It all went a bit sour in the last 12 months of Brendan Rodgers’ reign.
Turgid football, plenty of excuses and pathetic digs about a bloke whitening his teeth and getting a tan.
But it wasn’t always like that. Once upon a time, we were all on a rollercoaster which kept on going up and up and up. Faster and faster. Better and better.
Take a minute to clear your mind. Now think about 2013/14. Go on, allow yourself the pleasure.
You’re smiling, aren’t you? Thinking of all the fun we had. There was plenty to go around, that’s for sure.
All the clever folk said that we needed play in a more pragmatic manner.
“It’s all well and good scoring loads of goals,” they said, “but Liverpool need to stop conceding.”
Did Rodgers listen? Did he heck.
I couldn’t care less that our defence was as flimsy as soggy Weetabix. We beat Norwich 5-1. We hit Spurs for five too. Then Stoke were on the end of a 5-3 hammering.
Everton next. Well, they were given a lesson in how to play football. 4-0.
Then league-leaders Arsenal came to town, but Liverpool couldn’t have cared less about their lofty position. The Reds were 4-0 up within 20 minutes. Once again, the day ended with a five-goal haul as the Gunners were well and truly gunned down in a glorious 5-1 victory.
The following three league games ended in 3-2, 4-3 and 3-0 victories.
Riding the crest of a wave, Liverpool swaggered into Old Trafford and emerged as 3-0 victors.
Not content with scoring fives, they then beat Cardiff 6-3.
Were we arsed that we couldn’t defend? I’m not even sure I gave it a second’s thought at the time to be honest.
Still the fun didn’t finish. We took our aggregate Spurs score to 9-0 with a 4-0 win at Anfield before Man City and Norwich conceded just three goals apiece to Liverpool. It was poetry in motion.
We all know what happened next at home to Chelsea, but then we went to Selhurst Park.
Rodgers has been slaughtered for his side not seeing out a three-goal lead at Palace, but can we not applaud the sheer temerity of his team for trying to score six, seven or eight that night? Had it not been for the 96 goals scored before then, we’d have never been in the position to challenge for the title. The doom-merchants had told everyone that is was over before kick-off, but Brendan’s tricky Reds made us dream one more time, even when it seemed impossible.
The 110 goals scored in 2013/14 weren’t simply celebrated with the pump of a fist or a shout of “come on”. They were so often celebrated with incredulous laughter. Luis Suarez’s audacious Norwich goal. Luis Suarez’s second audacious Norwich goal. Flanno’s ridiculous half-volley at Spurs. Daniel Sturridge’s cool, calm finish to make it 4-0 after 20 minutes against Arsenal. A goal every five minutes. We’d never seen the likes of this before.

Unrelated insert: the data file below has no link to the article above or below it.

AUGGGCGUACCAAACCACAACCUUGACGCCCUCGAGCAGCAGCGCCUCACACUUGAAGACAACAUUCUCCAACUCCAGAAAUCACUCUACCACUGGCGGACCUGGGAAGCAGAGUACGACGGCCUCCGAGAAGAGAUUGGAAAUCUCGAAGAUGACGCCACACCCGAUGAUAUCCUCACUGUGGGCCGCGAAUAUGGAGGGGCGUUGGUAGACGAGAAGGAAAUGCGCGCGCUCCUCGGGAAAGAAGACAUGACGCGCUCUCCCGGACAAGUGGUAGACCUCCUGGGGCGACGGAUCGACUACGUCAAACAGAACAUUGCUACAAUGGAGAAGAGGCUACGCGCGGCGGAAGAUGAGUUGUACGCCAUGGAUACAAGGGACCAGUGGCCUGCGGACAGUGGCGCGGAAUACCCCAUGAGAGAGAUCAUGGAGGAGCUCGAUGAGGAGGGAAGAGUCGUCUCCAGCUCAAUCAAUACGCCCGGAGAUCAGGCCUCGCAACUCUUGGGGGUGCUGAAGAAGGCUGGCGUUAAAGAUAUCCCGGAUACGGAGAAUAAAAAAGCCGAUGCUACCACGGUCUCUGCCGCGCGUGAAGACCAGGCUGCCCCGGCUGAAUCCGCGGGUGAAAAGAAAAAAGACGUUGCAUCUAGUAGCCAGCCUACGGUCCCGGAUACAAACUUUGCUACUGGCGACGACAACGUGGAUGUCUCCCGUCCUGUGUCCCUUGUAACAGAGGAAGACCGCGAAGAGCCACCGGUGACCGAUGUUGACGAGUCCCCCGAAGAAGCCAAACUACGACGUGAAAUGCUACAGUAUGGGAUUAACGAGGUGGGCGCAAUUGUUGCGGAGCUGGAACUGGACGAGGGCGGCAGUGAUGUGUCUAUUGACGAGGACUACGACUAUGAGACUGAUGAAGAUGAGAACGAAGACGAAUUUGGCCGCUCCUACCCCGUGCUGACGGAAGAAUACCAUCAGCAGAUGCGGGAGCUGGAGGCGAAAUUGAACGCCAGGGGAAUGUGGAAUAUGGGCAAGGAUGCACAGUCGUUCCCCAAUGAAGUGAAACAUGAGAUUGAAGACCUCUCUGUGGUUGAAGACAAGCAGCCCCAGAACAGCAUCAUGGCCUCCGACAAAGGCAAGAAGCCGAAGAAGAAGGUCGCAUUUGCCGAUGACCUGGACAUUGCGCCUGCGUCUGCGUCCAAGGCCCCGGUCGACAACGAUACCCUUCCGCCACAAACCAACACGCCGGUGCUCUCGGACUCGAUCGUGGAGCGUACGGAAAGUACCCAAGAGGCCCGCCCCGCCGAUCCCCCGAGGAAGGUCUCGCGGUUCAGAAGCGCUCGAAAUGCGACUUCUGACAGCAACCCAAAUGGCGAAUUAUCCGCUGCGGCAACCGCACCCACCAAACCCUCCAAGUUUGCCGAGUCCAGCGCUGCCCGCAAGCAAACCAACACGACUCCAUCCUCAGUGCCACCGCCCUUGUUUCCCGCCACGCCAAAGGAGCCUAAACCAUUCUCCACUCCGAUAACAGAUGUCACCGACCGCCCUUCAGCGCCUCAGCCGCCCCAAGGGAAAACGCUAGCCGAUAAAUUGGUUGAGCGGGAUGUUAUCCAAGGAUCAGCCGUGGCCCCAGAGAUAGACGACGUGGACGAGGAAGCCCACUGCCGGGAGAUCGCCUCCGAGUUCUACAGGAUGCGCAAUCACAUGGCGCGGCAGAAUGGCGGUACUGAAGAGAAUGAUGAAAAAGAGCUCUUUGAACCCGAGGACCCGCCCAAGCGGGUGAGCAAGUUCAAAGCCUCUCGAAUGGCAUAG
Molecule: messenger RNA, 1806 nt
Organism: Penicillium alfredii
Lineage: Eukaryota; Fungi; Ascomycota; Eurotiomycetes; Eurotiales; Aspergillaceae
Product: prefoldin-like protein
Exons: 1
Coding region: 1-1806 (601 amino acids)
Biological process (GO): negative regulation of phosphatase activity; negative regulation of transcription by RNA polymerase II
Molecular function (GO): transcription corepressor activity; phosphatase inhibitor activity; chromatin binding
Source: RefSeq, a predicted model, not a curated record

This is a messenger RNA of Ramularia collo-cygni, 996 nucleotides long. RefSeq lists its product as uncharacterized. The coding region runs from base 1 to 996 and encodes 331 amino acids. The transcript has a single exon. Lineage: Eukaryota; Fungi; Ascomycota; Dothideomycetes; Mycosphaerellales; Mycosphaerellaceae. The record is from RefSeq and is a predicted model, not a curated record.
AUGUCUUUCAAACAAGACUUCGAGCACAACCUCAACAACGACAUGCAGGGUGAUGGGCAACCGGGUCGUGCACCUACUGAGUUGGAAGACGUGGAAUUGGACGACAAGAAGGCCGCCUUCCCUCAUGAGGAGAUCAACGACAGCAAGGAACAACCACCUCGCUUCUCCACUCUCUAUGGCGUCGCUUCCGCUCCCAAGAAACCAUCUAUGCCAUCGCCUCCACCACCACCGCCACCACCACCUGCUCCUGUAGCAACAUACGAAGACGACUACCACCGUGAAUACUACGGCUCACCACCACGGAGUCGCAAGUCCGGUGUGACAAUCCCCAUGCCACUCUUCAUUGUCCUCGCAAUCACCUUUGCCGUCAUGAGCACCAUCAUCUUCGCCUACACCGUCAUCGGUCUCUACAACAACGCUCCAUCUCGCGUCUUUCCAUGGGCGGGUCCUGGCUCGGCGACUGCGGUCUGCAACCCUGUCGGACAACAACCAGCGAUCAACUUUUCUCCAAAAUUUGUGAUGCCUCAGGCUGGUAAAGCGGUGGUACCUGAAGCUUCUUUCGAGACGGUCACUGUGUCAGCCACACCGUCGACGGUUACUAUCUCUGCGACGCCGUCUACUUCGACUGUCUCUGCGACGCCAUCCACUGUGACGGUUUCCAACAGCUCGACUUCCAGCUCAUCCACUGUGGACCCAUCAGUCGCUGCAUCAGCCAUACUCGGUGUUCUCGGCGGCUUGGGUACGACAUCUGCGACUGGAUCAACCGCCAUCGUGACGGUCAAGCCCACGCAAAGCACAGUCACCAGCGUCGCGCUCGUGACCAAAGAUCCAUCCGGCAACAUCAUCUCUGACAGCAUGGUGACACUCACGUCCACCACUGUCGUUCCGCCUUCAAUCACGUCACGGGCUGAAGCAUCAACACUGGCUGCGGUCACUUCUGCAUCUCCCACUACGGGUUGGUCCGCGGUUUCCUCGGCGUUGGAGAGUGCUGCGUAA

And it wasn’t just the goals. There were so many moments besides. Suarez’s thunderbastard of a volley in the 5-1 win over Arsenal, for example. He practically assaulted the football. The wiggly arms – you can’t tell me you didn’t join in once or twice? Steven Gerrard whirling his shirt above his head at Fulham. The flares, the flags and the songs that greeted the team before they’d even got off the team bus in the final few home games.
This was made possible because of Rodgers. It wasn’t solely his doing, but he went a long way to putting on display the best brand of football I’ve seen in my lifetime. He made a group of players believe that they could create history.
Sure, that group of players included Suarez, Sturridge and Gerrard, but it also included Aly Cissokho at left-back and the unknown Jon Flanagan at right-back. Even Iago Aspas and Victor Moses joined in, albeit sporadically. Rodgers went a long way to helping Raheem Sterling to become a £49m player and coaxed Phil Coutinho on the way from erratic youngster to a magician who is now linked with Barcelona.
The wiggly arms – you can’t tell me you didn’t join in once or twice?
If you won’t take my word for it, take a look at what Suarez had to say about Rodgers a year after he left Liverpool: “He was very clever. He helped me with my runs, which benefited my confidence.
“I wasn’t proven and I had to adapt to the Premier League, which Brendan knew. He knows all about English football and he educated me to become successful.”
Ah, but Gerrard and Rodgers had a frosty relationship, didn’t they? Not according to this quote: “I wish I was 24. I wish I’d met Brendan when I was 24 because I think I’d be sitting here talking about a lot of titles that we’d won together.”
The hedonistic days of 2013/14 are a distant memory now and although results and performances since then have been dour, there were a few bright sparks to suggest Rodgers could turn it around.
Two semi-final appearances and a 13-game unbeaten run are not to be scoffed at, but Rodgers lost sense of his unwavering belief which brought such magnificent results. The Ulsterman stopped backing himself, which ultimately proved to be his downfall.
The decision to let him go is probably right, but Rodgers came closer than anyone in a generation to taking our team to within whiskers of the title, all the while playing the best football I’ve ever seen.
Thanks for making us dream. For that alone, I’ll be forever grateful.